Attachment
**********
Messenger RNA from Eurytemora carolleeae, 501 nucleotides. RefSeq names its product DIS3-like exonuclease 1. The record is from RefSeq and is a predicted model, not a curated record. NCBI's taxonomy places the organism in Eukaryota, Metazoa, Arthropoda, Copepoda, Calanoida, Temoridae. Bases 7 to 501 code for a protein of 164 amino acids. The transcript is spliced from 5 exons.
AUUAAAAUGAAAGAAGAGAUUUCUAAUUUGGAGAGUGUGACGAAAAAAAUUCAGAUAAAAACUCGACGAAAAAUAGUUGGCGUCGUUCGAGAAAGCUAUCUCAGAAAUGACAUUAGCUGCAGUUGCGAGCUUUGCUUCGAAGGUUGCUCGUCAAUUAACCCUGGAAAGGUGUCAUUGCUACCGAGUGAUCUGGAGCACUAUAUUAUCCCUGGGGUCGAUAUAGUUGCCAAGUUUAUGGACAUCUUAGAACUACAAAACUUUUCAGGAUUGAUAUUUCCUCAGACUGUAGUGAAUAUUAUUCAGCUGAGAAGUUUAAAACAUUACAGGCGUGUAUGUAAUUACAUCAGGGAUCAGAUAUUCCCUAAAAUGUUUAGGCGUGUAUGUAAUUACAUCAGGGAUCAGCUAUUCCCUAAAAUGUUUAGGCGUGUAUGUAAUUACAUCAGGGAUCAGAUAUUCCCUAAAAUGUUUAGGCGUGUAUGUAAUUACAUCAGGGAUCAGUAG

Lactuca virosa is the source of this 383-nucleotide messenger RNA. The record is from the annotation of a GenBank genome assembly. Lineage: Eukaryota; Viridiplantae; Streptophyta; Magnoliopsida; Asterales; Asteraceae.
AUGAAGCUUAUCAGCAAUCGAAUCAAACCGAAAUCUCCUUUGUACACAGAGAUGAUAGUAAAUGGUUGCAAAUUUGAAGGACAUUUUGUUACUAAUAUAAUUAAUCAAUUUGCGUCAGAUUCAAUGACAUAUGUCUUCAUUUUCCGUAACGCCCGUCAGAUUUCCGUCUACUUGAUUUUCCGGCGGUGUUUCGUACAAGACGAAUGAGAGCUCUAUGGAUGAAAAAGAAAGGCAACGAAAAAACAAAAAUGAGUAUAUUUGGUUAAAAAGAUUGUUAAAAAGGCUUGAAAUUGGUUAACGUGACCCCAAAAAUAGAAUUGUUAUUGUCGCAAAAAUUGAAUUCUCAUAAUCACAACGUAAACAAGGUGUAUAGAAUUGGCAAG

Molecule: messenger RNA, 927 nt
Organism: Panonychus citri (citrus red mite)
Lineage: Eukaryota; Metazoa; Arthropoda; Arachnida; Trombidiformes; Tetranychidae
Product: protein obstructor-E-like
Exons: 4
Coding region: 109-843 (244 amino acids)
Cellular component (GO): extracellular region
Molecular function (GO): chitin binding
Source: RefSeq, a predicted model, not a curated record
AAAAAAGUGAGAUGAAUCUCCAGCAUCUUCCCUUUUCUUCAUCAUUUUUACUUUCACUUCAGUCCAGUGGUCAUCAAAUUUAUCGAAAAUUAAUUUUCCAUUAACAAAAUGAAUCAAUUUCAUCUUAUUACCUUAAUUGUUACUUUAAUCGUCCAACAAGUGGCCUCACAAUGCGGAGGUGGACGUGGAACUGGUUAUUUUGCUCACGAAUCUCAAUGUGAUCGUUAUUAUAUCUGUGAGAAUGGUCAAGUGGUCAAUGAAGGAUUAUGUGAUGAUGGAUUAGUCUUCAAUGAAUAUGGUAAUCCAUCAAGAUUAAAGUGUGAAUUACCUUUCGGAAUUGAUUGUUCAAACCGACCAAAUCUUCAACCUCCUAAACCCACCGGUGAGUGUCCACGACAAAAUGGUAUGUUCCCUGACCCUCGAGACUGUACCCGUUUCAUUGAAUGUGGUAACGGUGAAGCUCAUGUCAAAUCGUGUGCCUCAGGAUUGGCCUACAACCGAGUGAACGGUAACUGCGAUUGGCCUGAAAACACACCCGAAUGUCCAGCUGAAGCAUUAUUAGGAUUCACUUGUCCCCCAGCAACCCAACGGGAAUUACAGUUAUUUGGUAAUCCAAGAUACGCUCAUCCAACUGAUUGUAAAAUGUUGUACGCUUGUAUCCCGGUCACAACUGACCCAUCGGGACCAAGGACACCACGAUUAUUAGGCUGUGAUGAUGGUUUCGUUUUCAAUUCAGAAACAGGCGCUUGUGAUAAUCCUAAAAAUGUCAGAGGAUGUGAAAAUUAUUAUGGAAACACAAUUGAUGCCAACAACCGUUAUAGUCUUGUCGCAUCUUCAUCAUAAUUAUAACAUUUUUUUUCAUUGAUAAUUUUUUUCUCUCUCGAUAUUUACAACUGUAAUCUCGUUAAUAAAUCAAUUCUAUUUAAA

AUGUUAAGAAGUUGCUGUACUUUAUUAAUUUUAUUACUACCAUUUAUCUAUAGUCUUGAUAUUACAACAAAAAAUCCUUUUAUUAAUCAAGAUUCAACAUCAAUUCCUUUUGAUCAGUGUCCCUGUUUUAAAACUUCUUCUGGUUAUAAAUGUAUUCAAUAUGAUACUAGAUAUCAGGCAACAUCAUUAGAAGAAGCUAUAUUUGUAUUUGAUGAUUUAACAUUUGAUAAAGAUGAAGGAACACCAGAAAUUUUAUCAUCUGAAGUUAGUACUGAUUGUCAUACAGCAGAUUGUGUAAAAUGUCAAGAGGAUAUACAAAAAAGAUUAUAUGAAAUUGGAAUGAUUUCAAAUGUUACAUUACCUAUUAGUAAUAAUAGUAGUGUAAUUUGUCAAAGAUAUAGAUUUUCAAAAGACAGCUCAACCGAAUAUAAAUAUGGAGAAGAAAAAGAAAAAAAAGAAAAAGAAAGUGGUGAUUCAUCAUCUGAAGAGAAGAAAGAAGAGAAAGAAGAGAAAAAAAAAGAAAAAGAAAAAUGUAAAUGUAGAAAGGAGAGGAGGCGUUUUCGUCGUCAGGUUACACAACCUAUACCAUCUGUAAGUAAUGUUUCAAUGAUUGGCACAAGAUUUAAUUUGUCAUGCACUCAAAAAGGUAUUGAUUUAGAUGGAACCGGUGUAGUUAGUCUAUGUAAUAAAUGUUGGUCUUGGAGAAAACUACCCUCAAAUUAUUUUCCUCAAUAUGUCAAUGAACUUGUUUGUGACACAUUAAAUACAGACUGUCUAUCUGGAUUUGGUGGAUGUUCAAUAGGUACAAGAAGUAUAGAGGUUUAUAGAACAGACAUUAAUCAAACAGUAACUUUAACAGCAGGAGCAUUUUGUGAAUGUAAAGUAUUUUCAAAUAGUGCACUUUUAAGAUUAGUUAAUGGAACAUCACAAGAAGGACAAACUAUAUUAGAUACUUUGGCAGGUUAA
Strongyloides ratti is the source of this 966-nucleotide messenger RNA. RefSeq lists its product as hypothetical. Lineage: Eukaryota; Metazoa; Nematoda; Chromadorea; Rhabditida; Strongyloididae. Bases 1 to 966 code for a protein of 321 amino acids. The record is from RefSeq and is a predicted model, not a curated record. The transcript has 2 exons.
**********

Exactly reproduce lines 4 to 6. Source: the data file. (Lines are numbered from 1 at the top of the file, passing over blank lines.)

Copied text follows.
AUGAAGCUUAUCAGCAAUCGAAUCAAACCGAAAUCUCCUUUGUACACAGAGAUGAUAGUAAAUGGUUGCAAAUUUGAAGGACAUUUUGUUACUAAUAUAAUUAAUCAAUUUGCGUCAGAUUCAAUGACAUAUGUCUUCAUUUUCCGUAACGCCCGUCAGAUUUCCGUCUACUUGAUUUUCCGGCGGUGUUUCGUACAAGACGAAUGAGAGCUCUAUGGAUGAAAAAGAAAGGCAACGAAAAAACAAAAAUGAGUAUAUUUGGUUAAAAAGAUUGUUAAAAAGGCUUGAAAUUGGUUAACGUGACCCCAAAAAUAGAAUUGUUAUUGUCGCAAAAAUUGAAUUCUCAUAAUCACAACGUAAACAAGGUGUAUAGAAUUGGCAAG

Molecule: messenger RNA, 927 nt
Organism: Panonychus citri (citrus red mite)